With lockdown restrictions loosening and the weather hotting up, barbecue season is well and truly here.
We've asked top chefs for their tips on rustling up the best BBQ fare to help you prep like a pro at home, whether you're cooking with a gas BBQ or 'live fire cooking' with coals and wood.
'Put unsweetened apple juice into a hand sprayer and spray onto the meat every few minutes.
'Do this as it's cooking to keep meat moist and to give it a lovely caramelisation,' says chef Ben Bartlett, president of the British BBQ Association.
During the final few minutes of cooking, brush on some warmed BBQ sauce.
Ben recommends bringing meat to room temperature before cooking to help it to cook through quicker and drain fat better.
Then, after cooking, allow a short pause before serving your cooked meat.
'Steaks and chops will benefit from being allowed to rest for a couple of minutes before serving,' according to Ben.
Mike Robinson, Champion of Champions in the latest Eat Game Awards, says: 'For lean meat like wild venison I use a dry rub of black pepper, sea salt, paprika and a little garlic powder.
'Followed by a light brush of oil, then grill over charcoal for a good two minutes before turning.'
After two minutes on each side, spray or brush with a mix of sherry vinegar and sugar to get an amazing finish. Then rest it for five minutes before carving across the grain.
Ben says: 'If you marinade any meat in a zip-lock ba, it will marinade in half the time.'
Marinate for a few hours or overnight for extra richness, but remember to baste the meat during the last 5-10 minutes of grilling.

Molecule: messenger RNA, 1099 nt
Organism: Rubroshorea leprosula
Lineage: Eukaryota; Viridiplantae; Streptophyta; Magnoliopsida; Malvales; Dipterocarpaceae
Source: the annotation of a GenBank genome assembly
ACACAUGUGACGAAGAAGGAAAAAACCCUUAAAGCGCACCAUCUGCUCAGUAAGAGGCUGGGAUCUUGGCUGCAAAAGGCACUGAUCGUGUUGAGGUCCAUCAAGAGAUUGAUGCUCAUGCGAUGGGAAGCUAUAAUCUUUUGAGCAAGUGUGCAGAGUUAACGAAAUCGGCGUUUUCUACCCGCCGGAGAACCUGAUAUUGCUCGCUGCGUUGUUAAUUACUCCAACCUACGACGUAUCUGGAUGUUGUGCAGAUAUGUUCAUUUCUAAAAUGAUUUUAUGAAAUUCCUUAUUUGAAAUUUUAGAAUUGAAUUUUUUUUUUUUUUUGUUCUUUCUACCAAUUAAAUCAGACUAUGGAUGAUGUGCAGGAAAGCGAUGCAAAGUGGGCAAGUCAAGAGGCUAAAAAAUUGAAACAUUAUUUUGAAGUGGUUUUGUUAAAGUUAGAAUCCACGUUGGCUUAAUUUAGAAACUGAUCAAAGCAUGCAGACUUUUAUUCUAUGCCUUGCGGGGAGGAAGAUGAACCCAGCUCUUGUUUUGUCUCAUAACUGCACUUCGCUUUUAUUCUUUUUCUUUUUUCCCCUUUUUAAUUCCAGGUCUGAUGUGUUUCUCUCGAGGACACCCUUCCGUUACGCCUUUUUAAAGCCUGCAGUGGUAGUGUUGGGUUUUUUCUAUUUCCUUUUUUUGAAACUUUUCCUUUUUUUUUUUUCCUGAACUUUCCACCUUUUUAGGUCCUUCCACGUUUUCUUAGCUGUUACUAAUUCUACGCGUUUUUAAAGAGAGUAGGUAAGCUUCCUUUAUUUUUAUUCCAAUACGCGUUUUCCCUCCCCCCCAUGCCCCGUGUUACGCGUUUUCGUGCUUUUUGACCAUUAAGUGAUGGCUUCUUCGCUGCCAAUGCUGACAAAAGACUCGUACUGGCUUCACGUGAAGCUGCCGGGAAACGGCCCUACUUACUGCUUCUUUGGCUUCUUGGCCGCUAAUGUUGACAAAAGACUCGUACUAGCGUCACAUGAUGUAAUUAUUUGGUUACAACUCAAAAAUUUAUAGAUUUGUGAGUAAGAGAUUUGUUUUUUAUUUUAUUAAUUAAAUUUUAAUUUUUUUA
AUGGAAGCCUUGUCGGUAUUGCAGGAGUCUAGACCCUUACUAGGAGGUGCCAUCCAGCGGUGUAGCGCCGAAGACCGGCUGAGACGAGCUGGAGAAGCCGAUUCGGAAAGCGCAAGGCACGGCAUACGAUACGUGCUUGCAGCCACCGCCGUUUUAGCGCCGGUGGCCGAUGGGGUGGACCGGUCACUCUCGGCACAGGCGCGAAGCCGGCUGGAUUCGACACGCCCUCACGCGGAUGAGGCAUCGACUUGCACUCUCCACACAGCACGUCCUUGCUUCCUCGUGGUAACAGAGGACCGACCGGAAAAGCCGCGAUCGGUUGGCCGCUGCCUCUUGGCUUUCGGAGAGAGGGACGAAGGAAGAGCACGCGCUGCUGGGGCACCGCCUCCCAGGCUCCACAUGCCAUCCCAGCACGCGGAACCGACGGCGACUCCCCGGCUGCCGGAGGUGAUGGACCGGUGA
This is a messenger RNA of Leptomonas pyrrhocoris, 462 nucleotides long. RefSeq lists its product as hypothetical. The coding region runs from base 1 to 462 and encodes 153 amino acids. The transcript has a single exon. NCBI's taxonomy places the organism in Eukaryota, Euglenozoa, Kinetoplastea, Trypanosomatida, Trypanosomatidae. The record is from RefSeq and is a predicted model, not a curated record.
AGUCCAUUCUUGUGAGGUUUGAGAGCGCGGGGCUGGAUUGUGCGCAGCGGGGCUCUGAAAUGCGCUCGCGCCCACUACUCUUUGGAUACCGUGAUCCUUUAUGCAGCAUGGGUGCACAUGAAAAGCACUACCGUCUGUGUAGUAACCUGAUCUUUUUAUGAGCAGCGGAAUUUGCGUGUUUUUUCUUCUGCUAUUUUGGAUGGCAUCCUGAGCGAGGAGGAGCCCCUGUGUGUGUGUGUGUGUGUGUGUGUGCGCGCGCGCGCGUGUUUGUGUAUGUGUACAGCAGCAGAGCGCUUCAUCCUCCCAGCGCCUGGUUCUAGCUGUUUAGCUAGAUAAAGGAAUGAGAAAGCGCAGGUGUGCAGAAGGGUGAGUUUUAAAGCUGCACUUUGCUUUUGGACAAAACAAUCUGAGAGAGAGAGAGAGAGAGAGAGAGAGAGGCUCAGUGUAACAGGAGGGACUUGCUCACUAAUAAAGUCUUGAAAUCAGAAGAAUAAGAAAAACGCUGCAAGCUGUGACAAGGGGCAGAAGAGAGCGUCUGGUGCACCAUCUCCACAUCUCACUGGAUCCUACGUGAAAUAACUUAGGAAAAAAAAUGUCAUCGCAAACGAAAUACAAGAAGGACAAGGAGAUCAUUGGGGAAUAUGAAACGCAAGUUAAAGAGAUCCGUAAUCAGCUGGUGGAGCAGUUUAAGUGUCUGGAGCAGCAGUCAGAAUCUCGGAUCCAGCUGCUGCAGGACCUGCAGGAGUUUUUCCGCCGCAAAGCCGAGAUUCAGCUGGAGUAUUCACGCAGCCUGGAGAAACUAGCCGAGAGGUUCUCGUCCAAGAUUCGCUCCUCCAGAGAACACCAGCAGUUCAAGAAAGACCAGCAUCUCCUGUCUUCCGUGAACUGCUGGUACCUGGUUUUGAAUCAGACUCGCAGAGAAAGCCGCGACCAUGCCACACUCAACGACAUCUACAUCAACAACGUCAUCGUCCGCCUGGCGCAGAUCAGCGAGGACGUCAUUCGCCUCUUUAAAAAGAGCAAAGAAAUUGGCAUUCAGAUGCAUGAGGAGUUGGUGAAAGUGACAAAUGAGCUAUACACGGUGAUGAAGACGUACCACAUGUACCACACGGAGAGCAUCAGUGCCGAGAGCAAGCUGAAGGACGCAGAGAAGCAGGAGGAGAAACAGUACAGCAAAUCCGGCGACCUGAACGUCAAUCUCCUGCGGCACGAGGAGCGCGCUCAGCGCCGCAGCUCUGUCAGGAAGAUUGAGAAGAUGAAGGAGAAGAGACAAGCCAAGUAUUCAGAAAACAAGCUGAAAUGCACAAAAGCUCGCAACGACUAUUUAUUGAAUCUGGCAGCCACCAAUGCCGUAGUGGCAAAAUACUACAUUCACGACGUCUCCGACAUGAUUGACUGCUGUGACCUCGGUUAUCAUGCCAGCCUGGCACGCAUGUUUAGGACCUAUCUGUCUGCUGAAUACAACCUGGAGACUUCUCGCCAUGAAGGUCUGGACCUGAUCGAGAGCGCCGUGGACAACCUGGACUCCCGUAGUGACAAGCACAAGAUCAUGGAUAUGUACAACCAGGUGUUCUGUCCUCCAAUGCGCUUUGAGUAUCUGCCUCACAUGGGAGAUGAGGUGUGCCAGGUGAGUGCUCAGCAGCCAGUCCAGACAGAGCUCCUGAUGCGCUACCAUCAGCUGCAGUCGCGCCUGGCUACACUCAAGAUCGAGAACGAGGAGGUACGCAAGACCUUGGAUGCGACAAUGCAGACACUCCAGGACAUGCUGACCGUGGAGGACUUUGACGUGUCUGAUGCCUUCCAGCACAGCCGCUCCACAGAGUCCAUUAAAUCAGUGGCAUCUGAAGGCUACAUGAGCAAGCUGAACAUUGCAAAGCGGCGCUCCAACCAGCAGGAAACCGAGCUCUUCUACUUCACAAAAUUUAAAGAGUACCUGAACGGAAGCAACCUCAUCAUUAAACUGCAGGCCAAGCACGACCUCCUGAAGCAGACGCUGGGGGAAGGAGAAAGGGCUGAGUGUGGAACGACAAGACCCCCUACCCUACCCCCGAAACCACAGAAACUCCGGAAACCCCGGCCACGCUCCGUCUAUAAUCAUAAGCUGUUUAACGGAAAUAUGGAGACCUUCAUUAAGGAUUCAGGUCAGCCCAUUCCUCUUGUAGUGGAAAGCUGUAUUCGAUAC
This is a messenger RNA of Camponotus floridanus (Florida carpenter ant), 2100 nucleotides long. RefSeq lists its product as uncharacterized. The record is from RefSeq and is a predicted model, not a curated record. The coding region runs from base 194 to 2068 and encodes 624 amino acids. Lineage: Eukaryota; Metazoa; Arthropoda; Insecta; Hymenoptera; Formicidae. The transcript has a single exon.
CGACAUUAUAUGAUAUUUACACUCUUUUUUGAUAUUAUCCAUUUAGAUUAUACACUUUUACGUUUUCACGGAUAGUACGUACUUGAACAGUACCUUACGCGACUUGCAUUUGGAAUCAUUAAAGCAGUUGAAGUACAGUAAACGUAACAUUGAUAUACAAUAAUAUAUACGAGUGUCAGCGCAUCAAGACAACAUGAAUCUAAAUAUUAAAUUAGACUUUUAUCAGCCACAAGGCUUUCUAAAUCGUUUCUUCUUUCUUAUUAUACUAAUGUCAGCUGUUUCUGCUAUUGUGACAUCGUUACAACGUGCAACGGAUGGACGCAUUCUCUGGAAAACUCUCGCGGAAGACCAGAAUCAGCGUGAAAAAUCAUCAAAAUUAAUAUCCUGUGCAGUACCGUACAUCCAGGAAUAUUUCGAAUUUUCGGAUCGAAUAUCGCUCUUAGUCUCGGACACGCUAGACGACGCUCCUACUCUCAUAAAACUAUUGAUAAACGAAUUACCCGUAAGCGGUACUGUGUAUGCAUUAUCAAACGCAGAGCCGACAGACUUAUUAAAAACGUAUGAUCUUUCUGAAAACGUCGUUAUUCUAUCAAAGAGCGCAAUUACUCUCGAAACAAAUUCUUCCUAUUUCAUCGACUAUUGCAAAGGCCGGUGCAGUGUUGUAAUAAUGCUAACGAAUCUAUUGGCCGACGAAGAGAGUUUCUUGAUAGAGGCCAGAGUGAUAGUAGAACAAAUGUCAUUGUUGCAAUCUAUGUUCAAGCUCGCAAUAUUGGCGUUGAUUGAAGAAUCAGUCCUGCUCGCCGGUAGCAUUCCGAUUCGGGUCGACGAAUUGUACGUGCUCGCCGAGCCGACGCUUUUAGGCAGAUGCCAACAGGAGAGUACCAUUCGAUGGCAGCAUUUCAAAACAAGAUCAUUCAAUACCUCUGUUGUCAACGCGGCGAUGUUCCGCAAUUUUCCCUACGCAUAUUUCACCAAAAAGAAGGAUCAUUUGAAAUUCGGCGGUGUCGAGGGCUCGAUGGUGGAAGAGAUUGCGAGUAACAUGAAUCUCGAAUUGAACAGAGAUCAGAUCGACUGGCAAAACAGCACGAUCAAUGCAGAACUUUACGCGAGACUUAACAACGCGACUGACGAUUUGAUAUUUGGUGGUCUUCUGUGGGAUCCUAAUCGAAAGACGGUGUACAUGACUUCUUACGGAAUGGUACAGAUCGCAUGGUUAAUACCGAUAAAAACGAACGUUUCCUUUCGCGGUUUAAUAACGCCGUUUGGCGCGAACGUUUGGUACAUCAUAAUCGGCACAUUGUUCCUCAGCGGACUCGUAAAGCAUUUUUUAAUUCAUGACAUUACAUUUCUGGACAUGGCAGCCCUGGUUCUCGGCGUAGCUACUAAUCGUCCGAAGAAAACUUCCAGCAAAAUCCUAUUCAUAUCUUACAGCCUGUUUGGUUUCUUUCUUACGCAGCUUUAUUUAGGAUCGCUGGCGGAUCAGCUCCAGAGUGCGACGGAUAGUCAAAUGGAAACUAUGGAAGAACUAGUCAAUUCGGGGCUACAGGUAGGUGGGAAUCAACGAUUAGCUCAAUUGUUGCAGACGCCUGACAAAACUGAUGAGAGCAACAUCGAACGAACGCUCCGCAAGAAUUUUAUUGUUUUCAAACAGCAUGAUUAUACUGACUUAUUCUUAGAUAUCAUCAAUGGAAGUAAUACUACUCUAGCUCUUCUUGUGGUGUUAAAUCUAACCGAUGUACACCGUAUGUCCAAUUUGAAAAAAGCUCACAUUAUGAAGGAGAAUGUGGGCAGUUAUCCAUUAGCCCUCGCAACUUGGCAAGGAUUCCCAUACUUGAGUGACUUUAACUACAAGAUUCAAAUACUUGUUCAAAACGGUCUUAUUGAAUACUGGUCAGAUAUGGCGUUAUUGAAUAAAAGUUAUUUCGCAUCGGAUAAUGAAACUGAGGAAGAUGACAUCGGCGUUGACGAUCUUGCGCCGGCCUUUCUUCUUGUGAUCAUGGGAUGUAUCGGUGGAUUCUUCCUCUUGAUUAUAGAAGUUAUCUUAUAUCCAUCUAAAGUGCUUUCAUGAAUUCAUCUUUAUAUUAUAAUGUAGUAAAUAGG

'Before cooking, wrap chicken breasts in cling film and flatten them slightly to help them grill evenly,' says Ben Bartlett.
Saiphin Moore, founder of Rosa's Thai Cafe, says: 'Place wooden skewers in water and leave to soak for about 10 minutes before cooking.'
This will make it easier to thread your chicken, meat or veggie/vegan ingredients on without them splintering, and may also prevent the sticks themselves from burning or even bursting into flames.
It's all in the planning, so make a list of items you can prepare in advance.
Ben says: 'My rule of thumb is three items on the BBQ, such as a burger, sea bass fillet and chicken thigh per person, then add some salads and breads.'
Fish is delicate, so the last thing you want is for it to stick to your barbecue and fall apart.
Ben says: 'The biggest trick to grilling fish right is to make sure you oil your cooking grate before you start. Season the grill with olive oil and rosemary before you even pop the fish on to cook.'
Riverford chef Bob Andrew says: 'Your veg won't sear in quite the same way as meat, and it won't drip or render fat either.'
A few of the same principles do apply, though: the thinner the cut and larger the surface area, the faster the cook. A larger, denser item will need a longer cook over a lower heat.
Half-cook corn on the cob before barbecuing, by cutting the whole cob into three, and boiling in a saucepan for 20 minutes. You can then keep it - drained and cooled - in the fridge if prepared the day before.
Ben says: 'Sprinkle some paprika over the corn and place on the grill, turning the corn cobs frequently before glazing with warmed BBQ sauce.'
'You want a potato that's high starch, such as Russet, which has an incredibly soft texture when cooked,' says Ben.
You can also try barbecuing smaller potatoes by threading them onto skewers.